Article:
Published: December 21st 2010December 20th 2010
Nothing prepared me for it. I had signed up for just this experience; I knew I was going to see one (or two) of them. But then I SAW the first one…and I about choked on seawater because I was so astounded. I was awestruck and giddy all at once.
Just inches away, a whale shark was slipping by, its massive grey body, spotted in white, almost blocking the rest of my view. So close that it practically brushed against me.
Then another. And another.
You will have to take my word that I had this experience, as I did not have a camera capable of taking underwater photos (I am still kicking myself on this account!). But I got to spend hours swimming among a pod of whale sharks, who were seemingly unperturbed by the overly excited humans flipping about in the water. It was genuinely awesome (in the truest sense).
The Bay of Ghoubbet – a pinch of the larger Gulf of Tadjoura (Djibouti’s mouth into the Gulf of Aden) – is considered the best place in the world to see whale sharks. And it’s not hard to see why. One of the other
participants – a Finn, just wrapping up a jaunt through Ethiopia’s Danakil Depression, Somaliland, and Djibouti (jealous!) – told me he had gone on a whale shark spotting excursion in Mozambique, but only saw one. Here, we jumped into the water and were immediately within touching distance of three!
There was even a magical moment when I was away from the other swimmers and one of the whale sharks appeared at my side. We swam together, just the two of us, side by side, for 5-10 minutes. I was ready to follow the gentle giant as far as he wanted. I was mesmerized. (But, as you can see, I didn’t get lost at sea!)
While these are plankton-eating creatures (not the man-eaters of current Sharm el-Sheik fame), the sheer size of these fish – and they are fish – is unnerving. My last view of one of these giants was one coming at me with its mouth agape. It was hard not to imagine getting swallowed up in that wide expanse! But it dove beneath me, almost smacking me in the face with its tail fin.
I would have come to Djibouti just to have this close
encounter - of the best kind!
But the fun wasn’t quite over. After lunch on a remote beach (I would have said “secluded”, but there were a couple other boats moored off shore), we headed back into the Bay of Tadjoura proper and anchored by a coral reef.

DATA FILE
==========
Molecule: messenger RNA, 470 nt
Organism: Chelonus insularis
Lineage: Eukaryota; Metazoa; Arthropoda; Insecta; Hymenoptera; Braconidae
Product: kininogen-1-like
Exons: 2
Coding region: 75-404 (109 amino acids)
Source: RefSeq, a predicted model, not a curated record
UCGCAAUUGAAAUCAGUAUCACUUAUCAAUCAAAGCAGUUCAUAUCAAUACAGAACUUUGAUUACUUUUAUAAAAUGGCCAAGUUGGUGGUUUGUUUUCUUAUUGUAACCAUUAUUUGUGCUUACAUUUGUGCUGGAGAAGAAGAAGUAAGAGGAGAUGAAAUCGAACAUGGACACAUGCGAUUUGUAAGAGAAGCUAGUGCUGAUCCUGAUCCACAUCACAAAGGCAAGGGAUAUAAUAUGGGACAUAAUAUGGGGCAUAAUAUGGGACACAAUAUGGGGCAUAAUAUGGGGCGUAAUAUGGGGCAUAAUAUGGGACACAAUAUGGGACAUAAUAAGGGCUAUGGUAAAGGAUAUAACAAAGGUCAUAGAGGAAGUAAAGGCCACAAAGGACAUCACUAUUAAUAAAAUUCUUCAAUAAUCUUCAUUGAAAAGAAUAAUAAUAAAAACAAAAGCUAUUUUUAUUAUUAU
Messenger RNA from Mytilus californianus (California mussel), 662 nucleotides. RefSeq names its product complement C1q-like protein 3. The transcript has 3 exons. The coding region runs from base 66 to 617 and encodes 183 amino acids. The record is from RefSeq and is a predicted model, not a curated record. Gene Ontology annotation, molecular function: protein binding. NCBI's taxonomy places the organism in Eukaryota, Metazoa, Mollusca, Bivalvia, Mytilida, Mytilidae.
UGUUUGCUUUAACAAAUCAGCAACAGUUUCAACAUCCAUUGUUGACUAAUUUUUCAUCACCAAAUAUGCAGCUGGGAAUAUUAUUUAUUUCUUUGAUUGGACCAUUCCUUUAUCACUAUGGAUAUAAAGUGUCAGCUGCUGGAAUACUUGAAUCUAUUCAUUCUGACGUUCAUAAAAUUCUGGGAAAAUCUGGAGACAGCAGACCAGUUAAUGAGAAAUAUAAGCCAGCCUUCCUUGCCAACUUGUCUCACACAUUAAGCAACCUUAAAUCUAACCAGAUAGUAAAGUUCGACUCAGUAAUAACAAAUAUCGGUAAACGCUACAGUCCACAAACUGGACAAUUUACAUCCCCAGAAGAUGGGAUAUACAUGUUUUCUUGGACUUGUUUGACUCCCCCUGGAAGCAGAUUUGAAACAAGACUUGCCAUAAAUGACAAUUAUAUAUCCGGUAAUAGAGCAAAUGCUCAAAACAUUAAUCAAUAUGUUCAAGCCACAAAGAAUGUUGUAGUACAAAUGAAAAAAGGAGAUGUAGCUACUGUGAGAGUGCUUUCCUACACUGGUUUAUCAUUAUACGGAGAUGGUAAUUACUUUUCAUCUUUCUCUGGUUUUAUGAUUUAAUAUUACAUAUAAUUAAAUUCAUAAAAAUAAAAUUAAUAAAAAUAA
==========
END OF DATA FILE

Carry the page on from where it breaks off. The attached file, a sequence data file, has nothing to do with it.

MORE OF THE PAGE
The last time I really snorkeled was in the Red Sea, near Aqaba in Jordan – back in the summer of 1994. All I remember is being frustrated that I could see only splotches of bright color, being nearly blind without my glasses. Somehow this time, though, I was able to see the reef and its wildlife in all their vivid glory (I had assumed I could see the whale sharks so well because they were so BIG). It was like diving into someone’s tropical aquarium – but on a much grander scale. The corals fanned in bizarre formations and the fish, in every color imaginable – some of the fish appeared to have ALL these colors swirled on their bodies in one go – darted in and around these structures. I even got to see a moray eel hiding in its lair at the base of a stack
of coral. Again, pretty awesome.
As my day in the Bay of Ghoubbet/Gulf of Tadjoura progressed, all my childhood dreams of running away to join Jacques Cousteau came rushing back to me. I have decided I really need to do more snorkeling and diving. Especially if there are whale sharks involved!
PS The whale shark tour started off from the dock at the Kempenski Hotel, which is to Djibouti what the Rotana is to Khartoum - a five-star enclave that blocks out the country it is in (with rooms starting at $400 a night).
There are more photos below